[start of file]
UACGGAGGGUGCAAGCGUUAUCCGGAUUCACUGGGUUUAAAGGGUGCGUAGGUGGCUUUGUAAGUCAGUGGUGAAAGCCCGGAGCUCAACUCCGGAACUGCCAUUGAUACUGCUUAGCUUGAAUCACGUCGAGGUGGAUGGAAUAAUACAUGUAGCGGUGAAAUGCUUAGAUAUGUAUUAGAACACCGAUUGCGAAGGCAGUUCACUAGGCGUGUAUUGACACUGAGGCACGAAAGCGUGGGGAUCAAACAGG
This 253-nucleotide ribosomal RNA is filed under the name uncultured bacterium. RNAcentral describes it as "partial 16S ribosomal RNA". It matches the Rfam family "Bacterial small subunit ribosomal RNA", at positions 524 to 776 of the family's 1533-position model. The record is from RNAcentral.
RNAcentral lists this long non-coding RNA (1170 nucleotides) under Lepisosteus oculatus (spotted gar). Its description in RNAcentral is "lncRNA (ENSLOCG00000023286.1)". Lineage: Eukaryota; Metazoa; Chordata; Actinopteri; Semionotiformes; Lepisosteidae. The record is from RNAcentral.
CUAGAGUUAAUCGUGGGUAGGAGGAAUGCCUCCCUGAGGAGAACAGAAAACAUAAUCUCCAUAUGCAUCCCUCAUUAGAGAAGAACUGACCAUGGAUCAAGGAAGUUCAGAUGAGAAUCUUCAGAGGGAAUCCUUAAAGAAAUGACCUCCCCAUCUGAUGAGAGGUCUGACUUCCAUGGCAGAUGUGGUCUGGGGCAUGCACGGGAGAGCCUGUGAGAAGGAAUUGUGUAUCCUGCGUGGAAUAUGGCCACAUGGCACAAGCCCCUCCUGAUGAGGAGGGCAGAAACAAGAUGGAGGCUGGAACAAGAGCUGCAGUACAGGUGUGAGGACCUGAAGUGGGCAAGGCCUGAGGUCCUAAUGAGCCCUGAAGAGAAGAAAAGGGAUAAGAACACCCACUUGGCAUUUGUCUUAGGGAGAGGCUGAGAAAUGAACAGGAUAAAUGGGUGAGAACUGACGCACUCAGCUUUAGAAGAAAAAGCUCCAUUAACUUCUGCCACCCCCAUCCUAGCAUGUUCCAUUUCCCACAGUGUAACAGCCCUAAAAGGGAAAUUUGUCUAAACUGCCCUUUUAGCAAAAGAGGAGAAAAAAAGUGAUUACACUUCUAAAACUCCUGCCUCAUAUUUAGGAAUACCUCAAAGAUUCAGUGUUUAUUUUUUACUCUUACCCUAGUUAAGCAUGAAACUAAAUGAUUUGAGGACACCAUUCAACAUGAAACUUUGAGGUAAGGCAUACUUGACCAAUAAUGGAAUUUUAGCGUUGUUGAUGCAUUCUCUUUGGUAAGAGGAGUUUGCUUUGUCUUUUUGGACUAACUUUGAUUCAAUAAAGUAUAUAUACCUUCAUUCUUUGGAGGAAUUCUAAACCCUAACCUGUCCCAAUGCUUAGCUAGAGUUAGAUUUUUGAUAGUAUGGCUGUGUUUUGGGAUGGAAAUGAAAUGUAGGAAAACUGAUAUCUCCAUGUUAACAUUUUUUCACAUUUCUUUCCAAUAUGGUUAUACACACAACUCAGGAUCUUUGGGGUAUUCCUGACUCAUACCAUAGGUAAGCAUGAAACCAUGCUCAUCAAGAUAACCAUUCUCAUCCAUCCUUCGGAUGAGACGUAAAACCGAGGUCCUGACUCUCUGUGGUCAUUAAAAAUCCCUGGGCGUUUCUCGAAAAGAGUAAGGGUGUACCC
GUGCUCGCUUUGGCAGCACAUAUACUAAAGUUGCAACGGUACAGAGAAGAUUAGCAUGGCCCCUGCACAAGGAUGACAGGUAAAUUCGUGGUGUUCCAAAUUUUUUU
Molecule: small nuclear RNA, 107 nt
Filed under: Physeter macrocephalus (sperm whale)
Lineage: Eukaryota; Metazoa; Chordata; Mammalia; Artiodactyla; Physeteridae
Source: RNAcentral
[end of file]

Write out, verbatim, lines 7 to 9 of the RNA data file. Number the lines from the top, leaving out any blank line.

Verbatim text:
Filed under: Physeter macrocephalus (sperm whale)
Lineage: Eukaryota; Metazoa; Chordata; Mammalia; Artiodactyla; Physeteridae
Source: RNAcentral